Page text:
Pedro, a 79-year-old coronavirus patient in Badajoz, southwest Spain, had tested positive for Covid-19 five times and was feeling down after showing symptoms for 46 days.
Carlos Hernández Teixidó, a doctor at Badajoz University Hospital, turned to Twitter for help after struggling to lift Pedro's spirits.
"He is despondent and ready to throw in the towel," tweeted Hernández Tuesday. "Twitter, do your magic."
The response was overwhelming, and the doctor received more than 8,100 replies, plus direct messages. The post also attracted more than 31,000 likes and thousands of retweets.
"I have just spoken to Pedro and his daughter," Hernández told his Twitter followers less than 24 hours after his initial post. "You don't know how moved both of them were. I have given his daughter the first 300 messages."
Pedro is feeling "much better" and his granddaughter will read him the rest of the messages from Twitter, said Hernández. "You are incredible!" he added.
In all, Hernández received more than 15,000 direct messages for Pedro, he told CNN Thursday.
"Not just messages but people have sent pictures, videos, some even played music to try and cheer him up," he said.
"We decided to post the tweet to try and get around 15 people to send him a message to lift his spirits," Hernández said, confessing he was very surprised at the outpouring of support.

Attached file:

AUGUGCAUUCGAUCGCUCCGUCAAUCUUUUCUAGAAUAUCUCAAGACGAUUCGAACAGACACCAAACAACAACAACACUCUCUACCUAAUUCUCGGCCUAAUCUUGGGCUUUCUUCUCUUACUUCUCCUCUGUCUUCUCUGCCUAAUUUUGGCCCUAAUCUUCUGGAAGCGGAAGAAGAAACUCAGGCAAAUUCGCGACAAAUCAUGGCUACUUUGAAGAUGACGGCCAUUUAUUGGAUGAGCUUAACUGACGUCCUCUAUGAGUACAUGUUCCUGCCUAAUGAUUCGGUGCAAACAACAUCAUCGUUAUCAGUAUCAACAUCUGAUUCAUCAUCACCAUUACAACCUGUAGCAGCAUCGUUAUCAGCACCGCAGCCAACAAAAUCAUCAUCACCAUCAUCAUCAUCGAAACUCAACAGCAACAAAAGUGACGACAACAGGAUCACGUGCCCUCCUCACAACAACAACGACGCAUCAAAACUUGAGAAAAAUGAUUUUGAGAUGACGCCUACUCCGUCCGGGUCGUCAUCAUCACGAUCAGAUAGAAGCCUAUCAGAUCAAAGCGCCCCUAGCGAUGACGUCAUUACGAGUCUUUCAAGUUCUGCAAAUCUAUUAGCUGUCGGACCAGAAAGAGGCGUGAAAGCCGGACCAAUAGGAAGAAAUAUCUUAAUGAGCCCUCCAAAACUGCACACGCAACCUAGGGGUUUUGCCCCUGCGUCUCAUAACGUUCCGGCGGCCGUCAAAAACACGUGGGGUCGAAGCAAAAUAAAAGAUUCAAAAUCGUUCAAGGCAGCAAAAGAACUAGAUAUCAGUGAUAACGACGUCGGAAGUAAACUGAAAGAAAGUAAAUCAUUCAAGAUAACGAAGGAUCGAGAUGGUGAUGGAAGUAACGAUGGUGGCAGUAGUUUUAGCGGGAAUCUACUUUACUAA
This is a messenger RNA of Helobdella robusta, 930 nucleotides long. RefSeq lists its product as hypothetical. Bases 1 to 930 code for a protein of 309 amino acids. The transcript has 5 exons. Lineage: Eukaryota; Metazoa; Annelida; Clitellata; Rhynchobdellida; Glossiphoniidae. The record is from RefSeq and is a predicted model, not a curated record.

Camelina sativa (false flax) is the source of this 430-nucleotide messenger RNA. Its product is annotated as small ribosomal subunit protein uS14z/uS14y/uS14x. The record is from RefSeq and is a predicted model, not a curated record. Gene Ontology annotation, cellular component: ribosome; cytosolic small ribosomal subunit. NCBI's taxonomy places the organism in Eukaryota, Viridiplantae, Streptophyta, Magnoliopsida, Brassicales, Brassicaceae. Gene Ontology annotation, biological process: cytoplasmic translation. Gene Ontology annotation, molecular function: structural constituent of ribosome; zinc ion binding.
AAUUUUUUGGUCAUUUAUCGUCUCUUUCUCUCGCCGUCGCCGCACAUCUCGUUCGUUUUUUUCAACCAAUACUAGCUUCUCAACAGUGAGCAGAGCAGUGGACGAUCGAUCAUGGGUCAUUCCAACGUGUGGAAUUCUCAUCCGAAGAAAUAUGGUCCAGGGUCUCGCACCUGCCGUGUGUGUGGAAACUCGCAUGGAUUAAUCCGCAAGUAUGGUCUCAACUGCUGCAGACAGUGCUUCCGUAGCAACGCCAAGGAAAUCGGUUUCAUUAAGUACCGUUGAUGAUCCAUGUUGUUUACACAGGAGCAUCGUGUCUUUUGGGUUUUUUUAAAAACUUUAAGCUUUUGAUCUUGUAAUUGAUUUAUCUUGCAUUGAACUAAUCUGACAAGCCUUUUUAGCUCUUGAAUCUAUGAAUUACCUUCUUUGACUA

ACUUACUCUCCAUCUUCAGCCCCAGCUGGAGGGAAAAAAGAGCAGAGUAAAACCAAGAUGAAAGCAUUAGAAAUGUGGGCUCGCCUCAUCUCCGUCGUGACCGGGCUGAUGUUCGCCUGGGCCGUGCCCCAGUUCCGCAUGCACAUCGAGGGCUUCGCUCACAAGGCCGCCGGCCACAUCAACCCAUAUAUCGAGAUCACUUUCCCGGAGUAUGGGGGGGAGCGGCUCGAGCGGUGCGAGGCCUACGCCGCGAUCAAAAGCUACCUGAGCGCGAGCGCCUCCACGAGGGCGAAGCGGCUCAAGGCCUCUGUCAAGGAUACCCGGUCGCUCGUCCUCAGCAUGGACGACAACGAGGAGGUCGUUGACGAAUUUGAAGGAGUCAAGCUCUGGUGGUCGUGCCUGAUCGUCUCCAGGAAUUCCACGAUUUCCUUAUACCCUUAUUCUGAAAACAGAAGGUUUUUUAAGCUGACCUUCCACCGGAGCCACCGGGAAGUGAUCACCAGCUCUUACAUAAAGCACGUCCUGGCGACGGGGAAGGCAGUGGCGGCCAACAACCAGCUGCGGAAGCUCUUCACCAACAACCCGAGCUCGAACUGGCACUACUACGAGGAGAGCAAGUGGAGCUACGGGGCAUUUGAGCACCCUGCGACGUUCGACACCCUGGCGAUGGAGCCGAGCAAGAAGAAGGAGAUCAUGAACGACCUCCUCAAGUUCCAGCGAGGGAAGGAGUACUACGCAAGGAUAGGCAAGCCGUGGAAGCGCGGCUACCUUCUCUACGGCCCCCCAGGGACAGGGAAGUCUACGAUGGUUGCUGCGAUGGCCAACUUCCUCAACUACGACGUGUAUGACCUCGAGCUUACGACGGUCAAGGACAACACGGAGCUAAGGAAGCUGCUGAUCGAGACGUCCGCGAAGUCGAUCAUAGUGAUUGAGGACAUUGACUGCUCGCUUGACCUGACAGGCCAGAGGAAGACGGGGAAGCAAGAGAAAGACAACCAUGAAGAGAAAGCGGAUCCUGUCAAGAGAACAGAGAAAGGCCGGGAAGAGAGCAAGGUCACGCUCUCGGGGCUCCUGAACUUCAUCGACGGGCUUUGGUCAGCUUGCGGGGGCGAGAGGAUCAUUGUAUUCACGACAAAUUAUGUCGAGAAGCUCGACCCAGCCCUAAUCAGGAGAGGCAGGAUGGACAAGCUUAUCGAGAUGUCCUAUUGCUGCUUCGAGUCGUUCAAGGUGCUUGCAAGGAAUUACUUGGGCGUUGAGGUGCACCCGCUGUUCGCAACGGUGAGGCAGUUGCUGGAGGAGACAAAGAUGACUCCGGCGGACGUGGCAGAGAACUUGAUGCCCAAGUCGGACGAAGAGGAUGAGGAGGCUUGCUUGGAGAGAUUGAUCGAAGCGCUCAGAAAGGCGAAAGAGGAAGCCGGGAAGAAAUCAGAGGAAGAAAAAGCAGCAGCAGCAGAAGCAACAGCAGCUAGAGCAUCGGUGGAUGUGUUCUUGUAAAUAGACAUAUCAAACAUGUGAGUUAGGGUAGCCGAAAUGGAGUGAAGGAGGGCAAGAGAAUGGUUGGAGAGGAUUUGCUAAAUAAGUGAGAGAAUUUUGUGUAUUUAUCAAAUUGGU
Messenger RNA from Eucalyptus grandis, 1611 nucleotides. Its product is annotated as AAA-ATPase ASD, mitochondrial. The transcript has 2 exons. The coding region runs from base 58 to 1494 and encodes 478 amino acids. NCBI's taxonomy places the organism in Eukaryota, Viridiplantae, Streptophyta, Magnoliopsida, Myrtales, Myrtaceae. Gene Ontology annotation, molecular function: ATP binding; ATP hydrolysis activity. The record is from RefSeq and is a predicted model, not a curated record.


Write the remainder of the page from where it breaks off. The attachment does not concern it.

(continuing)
"We posted it at 3 o'clock in the afternoon and by midnight we had 300 messages, including from some celebrities in Spain."
The thousands of messages came not just from Spain, but also from neighboring Portugal and other places in Europe as well as Latin America, including Mexico, Colombia and Costa Rica.
The phrase "Hola Pedro" ("Hello Pedro") even became a trending topic on Twitter in Spain.
Pedro has several underlying conditions and had spent around a month at Badajoz University Hospital after being diagnosed, said Hernández.
His condition improved, but repeated positive tests for Covid-19 mean he has had to remain isolated at home without seeing his wife or family.
"I spoke with him a little bit today and he is in very good spirits," Hernández said, explaining that for people in Pedro's situation this sort of support "is almost like providing treatment with a drug."
But the doctor added that, while Pedro's condition has improved, his most recent test -- the sixth -- also came back positive for Covid-19.
Spain has been hit badly by coronavirus, recording the second highest number of cases worldwide and registering more than 24,200 deaths, according to figures collected by Johns Hopkins University.
Prime Minister Pedro Sánchez announced a transition to a "new normality" on Tuesday.
From May 4 residents will be progressively allowed to resume activities after being confined at home since March 14 as Spain was hit hard by the pandemic.
The process is expected to continue for up to eight weeks.